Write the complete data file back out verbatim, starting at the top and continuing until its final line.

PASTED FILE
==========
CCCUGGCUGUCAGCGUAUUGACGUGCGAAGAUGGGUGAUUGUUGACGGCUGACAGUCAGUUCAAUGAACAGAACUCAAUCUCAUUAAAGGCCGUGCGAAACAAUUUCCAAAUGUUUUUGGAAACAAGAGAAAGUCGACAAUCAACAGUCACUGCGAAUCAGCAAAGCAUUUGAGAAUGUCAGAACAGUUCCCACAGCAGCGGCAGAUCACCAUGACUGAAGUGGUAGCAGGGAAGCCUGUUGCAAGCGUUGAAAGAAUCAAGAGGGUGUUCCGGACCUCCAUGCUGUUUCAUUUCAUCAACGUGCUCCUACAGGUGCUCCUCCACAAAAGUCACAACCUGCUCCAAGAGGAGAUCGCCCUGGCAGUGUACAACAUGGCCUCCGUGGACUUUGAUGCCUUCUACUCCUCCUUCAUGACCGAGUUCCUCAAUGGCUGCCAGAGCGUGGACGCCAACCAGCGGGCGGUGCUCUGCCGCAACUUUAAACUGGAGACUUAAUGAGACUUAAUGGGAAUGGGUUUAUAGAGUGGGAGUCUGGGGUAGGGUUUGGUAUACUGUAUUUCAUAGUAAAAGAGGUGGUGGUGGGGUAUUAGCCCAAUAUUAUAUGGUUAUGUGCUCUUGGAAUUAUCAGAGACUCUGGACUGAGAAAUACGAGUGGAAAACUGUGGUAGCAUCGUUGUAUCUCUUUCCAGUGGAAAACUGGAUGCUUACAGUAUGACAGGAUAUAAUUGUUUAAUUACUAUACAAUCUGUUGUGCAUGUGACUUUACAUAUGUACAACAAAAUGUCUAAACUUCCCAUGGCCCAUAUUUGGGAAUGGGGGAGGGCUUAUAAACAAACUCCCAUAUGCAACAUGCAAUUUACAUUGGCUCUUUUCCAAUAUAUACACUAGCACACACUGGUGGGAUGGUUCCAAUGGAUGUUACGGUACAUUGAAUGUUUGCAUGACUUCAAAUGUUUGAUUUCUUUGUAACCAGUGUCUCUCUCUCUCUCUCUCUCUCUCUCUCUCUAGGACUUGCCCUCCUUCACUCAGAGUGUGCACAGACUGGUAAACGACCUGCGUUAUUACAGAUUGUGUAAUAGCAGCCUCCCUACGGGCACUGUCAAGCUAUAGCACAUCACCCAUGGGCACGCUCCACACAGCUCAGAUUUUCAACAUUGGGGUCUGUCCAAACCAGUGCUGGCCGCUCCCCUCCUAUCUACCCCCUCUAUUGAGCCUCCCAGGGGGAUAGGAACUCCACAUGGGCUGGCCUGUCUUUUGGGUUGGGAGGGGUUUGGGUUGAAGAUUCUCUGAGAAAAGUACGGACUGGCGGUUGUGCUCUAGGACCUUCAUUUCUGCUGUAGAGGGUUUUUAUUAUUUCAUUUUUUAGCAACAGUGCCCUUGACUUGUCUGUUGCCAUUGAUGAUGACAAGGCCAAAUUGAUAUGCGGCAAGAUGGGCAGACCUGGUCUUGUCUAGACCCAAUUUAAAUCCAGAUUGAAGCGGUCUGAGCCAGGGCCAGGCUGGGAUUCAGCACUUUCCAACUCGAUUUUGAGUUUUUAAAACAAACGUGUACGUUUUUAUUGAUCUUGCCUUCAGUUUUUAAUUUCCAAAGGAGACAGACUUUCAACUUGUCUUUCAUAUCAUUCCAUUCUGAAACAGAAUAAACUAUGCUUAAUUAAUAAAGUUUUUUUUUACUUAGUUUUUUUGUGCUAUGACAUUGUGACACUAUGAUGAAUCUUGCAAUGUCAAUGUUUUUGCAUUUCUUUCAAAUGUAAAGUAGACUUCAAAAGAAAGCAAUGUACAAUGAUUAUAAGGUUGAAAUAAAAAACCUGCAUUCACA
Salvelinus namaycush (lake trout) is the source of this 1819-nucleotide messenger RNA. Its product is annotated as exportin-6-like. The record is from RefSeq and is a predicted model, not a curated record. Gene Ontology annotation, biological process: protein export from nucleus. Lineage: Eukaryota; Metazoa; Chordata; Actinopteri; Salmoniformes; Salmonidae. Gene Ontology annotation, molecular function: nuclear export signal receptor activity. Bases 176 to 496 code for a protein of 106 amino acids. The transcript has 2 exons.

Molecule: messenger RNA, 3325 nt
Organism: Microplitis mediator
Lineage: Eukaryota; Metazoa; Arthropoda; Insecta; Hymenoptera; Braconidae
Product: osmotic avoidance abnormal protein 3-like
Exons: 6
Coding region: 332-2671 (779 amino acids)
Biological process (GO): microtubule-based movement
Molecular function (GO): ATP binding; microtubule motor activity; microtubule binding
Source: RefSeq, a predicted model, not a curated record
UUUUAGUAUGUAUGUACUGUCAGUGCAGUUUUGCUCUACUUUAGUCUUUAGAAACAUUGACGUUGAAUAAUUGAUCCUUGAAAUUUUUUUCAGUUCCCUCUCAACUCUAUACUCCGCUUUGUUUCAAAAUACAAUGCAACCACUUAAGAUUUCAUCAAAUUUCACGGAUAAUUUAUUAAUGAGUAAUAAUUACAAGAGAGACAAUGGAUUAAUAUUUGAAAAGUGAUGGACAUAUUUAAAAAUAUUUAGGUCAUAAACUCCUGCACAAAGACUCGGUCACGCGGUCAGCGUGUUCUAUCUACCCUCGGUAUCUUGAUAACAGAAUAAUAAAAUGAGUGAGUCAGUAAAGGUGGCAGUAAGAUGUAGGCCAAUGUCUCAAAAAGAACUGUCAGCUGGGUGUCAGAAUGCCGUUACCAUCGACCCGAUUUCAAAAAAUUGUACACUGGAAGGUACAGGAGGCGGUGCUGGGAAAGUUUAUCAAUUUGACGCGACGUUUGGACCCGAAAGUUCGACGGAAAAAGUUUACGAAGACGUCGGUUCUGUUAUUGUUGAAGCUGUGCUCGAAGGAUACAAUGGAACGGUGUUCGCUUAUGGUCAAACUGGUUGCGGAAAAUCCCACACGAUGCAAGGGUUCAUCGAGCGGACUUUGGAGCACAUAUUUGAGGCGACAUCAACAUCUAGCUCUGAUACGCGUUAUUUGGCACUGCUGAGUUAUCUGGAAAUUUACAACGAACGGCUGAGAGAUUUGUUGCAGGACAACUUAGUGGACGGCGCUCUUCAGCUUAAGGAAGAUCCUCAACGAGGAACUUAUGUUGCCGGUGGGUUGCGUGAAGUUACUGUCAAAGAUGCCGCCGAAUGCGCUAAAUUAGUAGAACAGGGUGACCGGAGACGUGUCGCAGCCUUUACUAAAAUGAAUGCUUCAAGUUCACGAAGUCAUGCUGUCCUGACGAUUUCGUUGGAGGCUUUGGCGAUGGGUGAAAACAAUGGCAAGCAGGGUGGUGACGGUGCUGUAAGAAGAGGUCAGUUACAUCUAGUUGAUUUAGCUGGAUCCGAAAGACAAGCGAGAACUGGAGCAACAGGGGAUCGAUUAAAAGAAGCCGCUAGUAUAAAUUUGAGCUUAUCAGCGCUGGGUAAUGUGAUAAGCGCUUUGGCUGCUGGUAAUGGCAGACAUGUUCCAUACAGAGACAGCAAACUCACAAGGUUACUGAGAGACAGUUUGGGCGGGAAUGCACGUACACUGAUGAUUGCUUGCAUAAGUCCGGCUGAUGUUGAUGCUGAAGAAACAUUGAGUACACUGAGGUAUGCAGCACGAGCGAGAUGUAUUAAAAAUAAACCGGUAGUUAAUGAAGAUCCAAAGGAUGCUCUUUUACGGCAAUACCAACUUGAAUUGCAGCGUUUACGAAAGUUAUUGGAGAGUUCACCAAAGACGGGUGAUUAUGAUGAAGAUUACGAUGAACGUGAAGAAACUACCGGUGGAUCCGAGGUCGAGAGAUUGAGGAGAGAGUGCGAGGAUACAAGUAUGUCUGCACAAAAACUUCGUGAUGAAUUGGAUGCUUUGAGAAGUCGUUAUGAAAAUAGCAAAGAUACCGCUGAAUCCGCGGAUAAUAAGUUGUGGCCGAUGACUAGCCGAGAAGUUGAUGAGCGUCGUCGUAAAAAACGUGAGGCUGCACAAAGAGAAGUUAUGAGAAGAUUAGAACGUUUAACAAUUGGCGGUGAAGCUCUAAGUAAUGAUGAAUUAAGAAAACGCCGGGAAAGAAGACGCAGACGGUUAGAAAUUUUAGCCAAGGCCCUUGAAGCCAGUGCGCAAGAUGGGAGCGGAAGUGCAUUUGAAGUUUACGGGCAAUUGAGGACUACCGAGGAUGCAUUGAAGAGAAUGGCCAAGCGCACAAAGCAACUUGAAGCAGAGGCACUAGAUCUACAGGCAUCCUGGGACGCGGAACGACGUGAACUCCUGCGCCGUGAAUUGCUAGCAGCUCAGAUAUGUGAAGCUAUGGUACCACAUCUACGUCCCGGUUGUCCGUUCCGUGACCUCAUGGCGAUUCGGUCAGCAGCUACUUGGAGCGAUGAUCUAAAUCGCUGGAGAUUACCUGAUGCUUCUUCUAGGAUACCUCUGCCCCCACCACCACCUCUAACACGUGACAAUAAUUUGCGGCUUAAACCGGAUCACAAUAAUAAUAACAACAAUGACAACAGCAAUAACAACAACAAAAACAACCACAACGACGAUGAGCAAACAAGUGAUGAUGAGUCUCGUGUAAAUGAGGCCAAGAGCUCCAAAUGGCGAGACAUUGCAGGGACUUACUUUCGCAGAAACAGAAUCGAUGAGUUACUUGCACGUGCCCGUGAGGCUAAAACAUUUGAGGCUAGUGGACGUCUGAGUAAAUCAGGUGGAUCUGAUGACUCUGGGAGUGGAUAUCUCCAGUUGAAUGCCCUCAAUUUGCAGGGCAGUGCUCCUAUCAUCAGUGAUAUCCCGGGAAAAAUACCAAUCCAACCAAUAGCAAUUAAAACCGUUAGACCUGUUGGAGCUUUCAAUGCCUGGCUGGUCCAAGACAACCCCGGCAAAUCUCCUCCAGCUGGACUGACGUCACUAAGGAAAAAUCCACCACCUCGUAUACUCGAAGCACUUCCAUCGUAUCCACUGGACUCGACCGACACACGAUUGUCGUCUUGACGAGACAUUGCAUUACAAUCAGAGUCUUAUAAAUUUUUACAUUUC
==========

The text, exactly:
CCCUGGCUGUCAGCGUAUUGACGUGCGAAGAUGGGUGAUUGUUGACGGCUGACAGUCAGUUCAAUGAACAGAACUCAAUCUCAUUAAAGGCCGUGCGAAACAAUUUCCAAAUGUUUUUGGAAACAAGAGAAAGUCGACAAUCAACAGUCACUGCGAAUCAGCAAAGCAUUUGAGAAUGUCAGAACAGUUCCCACAGCAGCGGCAGAUCACCAUGACUGAAGUGGUAGCAGGGAAGCCUGUUGCAAGCGUUGAAAGAAUCAAGAGGGUGUUCCGGACCUCCAUGCUGUUUCAUUUCAUCAACGUGCUCCUACAGGUGCUCCUCCACAAAAGUCACAACCUGCUCCAAGAGGAGAUCGCCCUGGCAGUGUACAACAUGGCCUCCGUGGACUUUGAUGCCUUCUACUCCUCCUUCAUGACCGAGUUCCUCAAUGGCUGCCAGAGCGUGGACGCCAACCAGCGGGCGGUGCUCUGCCGCAACUUUAAACUGGAGACUUAAUGAGACUUAAUGGGAAUGGGUUUAUAGAGUGGGAGUCUGGGGUAGGGUUUGGUAUACUGUAUUUCAUAGUAAAAGAGGUGGUGGUGGGGUAUUAGCCCAAUAUUAUAUGGUUAUGUGCUCUUGGAAUUAUCAGAGACUCUGGACUGAGAAAUACGAGUGGAAAACUGUGGUAGCAUCGUUGUAUCUCUUUCCAGUGGAAAACUGGAUGCUUACAGUAUGACAGGAUAUAAUUGUUUAAUUACUAUACAAUCUGUUGUGCAUGUGACUUUACAUAUGUACAACAAAAUGUCUAAACUUCCCAUGGCCCAUAUUUGGGAAUGGGGGAGGGCUUAUAAACAAACUCCCAUAUGCAACAUGCAAUUUACAUUGGCUCUUUUCCAAUAUAUACACUAGCACACACUGGUGGGAUGGUUCCAAUGGAUGUUACGGUACAUUGAAUGUUUGCAUGACUUCAAAUGUUUGAUUUCUUUGUAACCAGUGUCUCUCUCUCUCUCUCUCUCUCUCUCUCUCUAGGACUUGCCCUCCUUCACUCAGAGUGUGCACAGACUGGUAAACGACCUGCGUUAUUACAGAUUGUGUAAUAGCAGCCUCCCUACGGGCACUGUCAAGCUAUAGCACAUCACCCAUGGGCACGCUCCACACAGCUCAGAUUUUCAACAUUGGGGUCUGUCCAAACCAGUGCUGGCCGCUCCCCUCCUAUCUACCCCCUCUAUUGAGCCUCCCAGGGGGAUAGGAACUCCACAUGGGCUGGCCUGUCUUUUGGGUUGGGAGGGGUUUGGGUUGAAGAUUCUCUGAGAAAAGUACGGACUGGCGGUUGUGCUCUAGGACCUUCAUUUCUGCUGUAGAGGGUUUUUAUUAUUUCAUUUUUUAGCAACAGUGCCCUUGACUUGUCUGUUGCCAUUGAUGAUGACAAGGCCAAAUUGAUAUGCGGCAAGAUGGGCAGACCUGGUCUUGUCUAGACCCAAUUUAAAUCCAGAUUGAAGCGGUCUGAGCCAGGGCCAGGCUGGGAUUCAGCACUUUCCAACUCGAUUUUGAGUUUUUAAAACAAACGUGUACGUUUUUAUUGAUCUUGCCUUCAGUUUUUAAUUUCCAAAGGAGACAGACUUUCAACUUGUCUUUCAUAUCAUUCCAUUCUGAAACAGAAUAAACUAUGCUUAAUUAAUAAAGUUUUUUUUUACUUAGUUUUUUUGUGCUAUGACAUUGUGACACUAUGAUGAAUCUUGCAAUGUCAAUGUUUUUGCAUUUCUUUCAAAUGUAAAGUAGACUUCAAAAGAAAGCAAUGUACAAUGAUUAUAAGGUUGAAAUAAAAAACCUGCAUUCACA
Salvelinus namaycush (lake trout) is the source of this 1819-nucleotide messenger RNA. Its product is annotated as exportin-6-like. The record is from RefSeq and is a predicted model, not a curated record. Gene Ontology annotation, biological process: protein export from nucleus. Lineage: Eukaryota; Metazoa; Chordata; Actinopteri; Salmoniformes; Salmonidae. Gene Ontology annotation, molecular function: nuclear export signal receptor activity. Bases 176 to 496 code for a protein of 106 amino acids. The transcript has 2 exons.

Molecule: messenger RNA, 3325 nt
Organism: Microplitis mediator
Lineage: Eukaryota; Metazoa; Arthropoda; Insecta; Hymenoptera; Braconidae
Product: osmotic avoidance abnormal protein 3-like
Exons: 6
Coding region: 332-2671 (779 amino acids)
Biological process (GO): microtubule-based movement
Molecular function (GO): ATP binding; microtubule motor activity; microtubule binding
Source: RefSeq, a predicted model, not a curated record
UUUUAGUAUGUAUGUACUGUCAGUGCAGUUUUGCUCUACUUUAGUCUUUAGAAACAUUGACGUUGAAUAAUUGAUCCUUGAAAUUUUUUUCAGUUCCCUCUCAACUCUAUACUCCGCUUUGUUUCAAAAUACAAUGCAACCACUUAAGAUUUCAUCAAAUUUCACGGAUAAUUUAUUAAUGAGUAAUAAUUACAAGAGAGACAAUGGAUUAAUAUUUGAAAAGUGAUGGACAUAUUUAAAAAUAUUUAGGUCAUAAACUCCUGCACAAAGACUCGGUCACGCGGUCAGCGUGUUCUAUCUACCCUCGGUAUCUUGAUAACAGAAUAAUAAAAUGAGUGAGUCAGUAAAGGUGGCAGUAAGAUGUAGGCCAAUGUCUCAAAAAGAACUGUCAGCUGGGUGUCAGAAUGCCGUUACCAUCGACCCGAUUUCAAAAAAUUGUACACUGGAAGGUACAGGAGGCGGUGCUGGGAAAGUUUAUCAAUUUGACGCGACGUUUGGACCCGAAAGUUCGACGGAAAAAGUUUACGAAGACGUCGGUUCUGUUAUUGUUGAAGCUGUGCUCGAAGGAUACAAUGGAACGGUGUUCGCUUAUGGUCAAACUGGUUGCGGAAAAUCCCACACGAUGCAAGGGUUCAUCGAGCGGACUUUGGAGCACAUAUUUGAGGCGACAUCAACAUCUAGCUCUGAUACGCGUUAUUUGGCACUGCUGAGUUAUCUGGAAAUUUACAACGAACGGCUGAGAGAUUUGUUGCAGGACAACUUAGUGGACGGCGCUCUUCAGCUUAAGGAAGAUCCUCAACGAGGAACUUAUGUUGCCGGUGGGUUGCGUGAAGUUACUGUCAAAGAUGCCGCCGAAUGCGCUAAAUUAGUAGAACAGGGUGACCGGAGACGUGUCGCAGCCUUUACUAAAAUGAAUGCUUCAAGUUCACGAAGUCAUGCUGUCCUGACGAUUUCGUUGGAGGCUUUGGCGAUGGGUGAAAACAAUGGCAAGCAGGGUGGUGACGGUGCUGUAAGAAGAGGUCAGUUACAUCUAGUUGAUUUAGCUGGAUCCGAAAGACAAGCGAGAACUGGAGCAACAGGGGAUCGAUUAAAAGAAGCCGCUAGUAUAAAUUUGAGCUUAUCAGCGCUGGGUAAUGUGAUAAGCGCUUUGGCUGCUGGUAAUGGCAGACAUGUUCCAUACAGAGACAGCAAACUCACAAGGUUACUGAGAGACAGUUUGGGCGGGAAUGCACGUACACUGAUGAUUGCUUGCAUAAGUCCGGCUGAUGUUGAUGCUGAAGAAACAUUGAGUACACUGAGGUAUGCAGCACGAGCGAGAUGUAUUAAAAAUAAACCGGUAGUUAAUGAAGAUCCAAAGGAUGCUCUUUUACGGCAAUACCAACUUGAAUUGCAGCGUUUACGAAAGUUAUUGGAGAGUUCACCAAAGACGGGUGAUUAUGAUGAAGAUUACGAUGAACGUGAAGAAACUACCGGUGGAUCCGAGGUCGAGAGAUUGAGGAGAGAGUGCGAGGAUACAAGUAUGUCUGCACAAAAACUUCGUGAUGAAUUGGAUGCUUUGAGAAGUCGUUAUGAAAAUAGCAAAGAUACCGCUGAAUCCGCGGAUAAUAAGUUGUGGCCGAUGACUAGCCGAGAAGUUGAUGAGCGUCGUCGUAAAAAACGUGAGGCUGCACAAAGAGAAGUUAUGAGAAGAUUAGAACGUUUAACAAUUGGCGGUGAAGCUCUAAGUAAUGAUGAAUUAAGAAAACGCCGGGAAAGAAGACGCAGACGGUUAGAAAUUUUAGCCAAGGCCCUUGAAGCCAGUGCGCAAGAUGGGAGCGGAAGUGCAUUUGAAGUUUACGGGCAAUUGAGGACUACCGAGGAUGCAUUGAAGAGAAUGGCCAAGCGCACAAAGCAACUUGAAGCAGAGGCACUAGAUCUACAGGCAUCCUGGGACGCGGAACGACGUGAACUCCUGCGCCGUGAAUUGCUAGCAGCUCAGAUAUGUGAAGCUAUGGUACCACAUCUACGUCCCGGUUGUCCGUUCCGUGACCUCAUGGCGAUUCGGUCAGCAGCUACUUGGAGCGAUGAUCUAAAUCGCUGGAGAUUACCUGAUGCUUCUUCUAGGAUACCUCUGCCCCCACCACCACCUCUAACACGUGACAAUAAUUUGCGGCUUAAACCGGAUCACAAUAAUAAUAACAACAAUGACAACAGCAAUAACAACAACAAAAACAACCACAACGACGAUGAGCAAACAAGUGAUGAUGAGUCUCGUGUAAAUGAGGCCAAGAGCUCCAAAUGGCGAGACAUUGCAGGGACUUACUUUCGCAGAAACAGAAUCGAUGAGUUACUUGCACGUGCCCGUGAGGCUAAAACAUUUGAGGCUAGUGGACGUCUGAGUAAAUCAGGUGGAUCUGAUGACUCUGGGAGUGGAUAUCUCCAGUUGAAUGCCCUCAAUUUGCAGGGCAGUGCUCCUAUCAUCAGUGAUAUCCCGGGAAAAAUACCAAUCCAACCAAUAGCAAUUAAAACCGUUAGACCUGUUGGAGCUUUCAAUGCCUGGCUGGUCCAAGACAACCCCGGCAAAUCUCCUCCAGCUGGACUGACGUCACUAAGGAAAAAUCCACCACCUCGUAUACUCGAAGCACUUCCAUCGUAUCCACUGGACUCGACCGACACACGAUUGUCGUCUUGACGAGACAUUGCAUUACAAUCAGAGUCUUAUAAAUUUUUACAUUUC